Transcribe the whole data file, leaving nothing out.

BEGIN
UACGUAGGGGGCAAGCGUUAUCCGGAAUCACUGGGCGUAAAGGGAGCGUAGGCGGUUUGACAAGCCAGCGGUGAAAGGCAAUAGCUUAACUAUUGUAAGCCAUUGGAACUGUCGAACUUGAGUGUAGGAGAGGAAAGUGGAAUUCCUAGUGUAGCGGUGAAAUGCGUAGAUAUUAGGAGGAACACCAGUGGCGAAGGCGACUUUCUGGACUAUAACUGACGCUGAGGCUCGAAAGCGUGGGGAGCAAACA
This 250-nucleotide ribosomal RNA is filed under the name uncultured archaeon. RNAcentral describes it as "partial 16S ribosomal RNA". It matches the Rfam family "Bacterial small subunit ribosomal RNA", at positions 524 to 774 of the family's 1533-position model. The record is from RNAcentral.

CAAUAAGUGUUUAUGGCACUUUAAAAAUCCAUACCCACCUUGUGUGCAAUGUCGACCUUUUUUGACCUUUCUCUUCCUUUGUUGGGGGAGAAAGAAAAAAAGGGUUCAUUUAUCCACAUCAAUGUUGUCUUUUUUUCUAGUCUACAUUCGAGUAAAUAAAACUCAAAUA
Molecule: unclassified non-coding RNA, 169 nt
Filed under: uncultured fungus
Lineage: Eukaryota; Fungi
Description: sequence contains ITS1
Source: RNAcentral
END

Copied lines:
UACGUAGGGGGCAAGCGUUAUCCGGAAUCACUGGGCGUAAAGGGAGCGUAGGCGGUUUGACAAGCCAGCGGUGAAAGGCAAUAGCUUAACUAUUGUAAGCCAUUGGAACUGUCGAACUUGAGUGUAGGAGAGGAAAGUGGAAUUCCUAGUGUAGCGGUGAAAUGCGUAGAUAUUAGGAGGAACACCAGUGGCGAAGGCGACUUUCUGGACUAUAACUGACGCUGAGGCUCGAAAGCGUGGGGAGCAAACA
This 250-nucleotide ribosomal RNA is filed under the name uncultured archaeon. RNAcentral describes it as "partial 16S ribosomal RNA". It matches the Rfam family "Bacterial small subunit ribosomal RNA", at positions 524 to 774 of the family's 1533-position model. The record is from RNAcentral.

CAAUAAGUGUUUAUGGCACUUUAAAAAUCCAUACCCACCUUGUGUGCAAUGUCGACCUUUUUUGACCUUUCUCUUCCUUUGUUGGGGGAGAAAGAAAAAAAGGGUUCAUUUAUCCACAUCAAUGUUGUCUUUUUUUCUAGUCUACAUUCGAGUAAAUAAAACUCAAAUA
Molecule: unclassified non-coding RNA, 169 nt
Filed under: uncultured fungus
Lineage: Eukaryota; Fungi
Description: sequence contains ITS1
Source: RNAcentral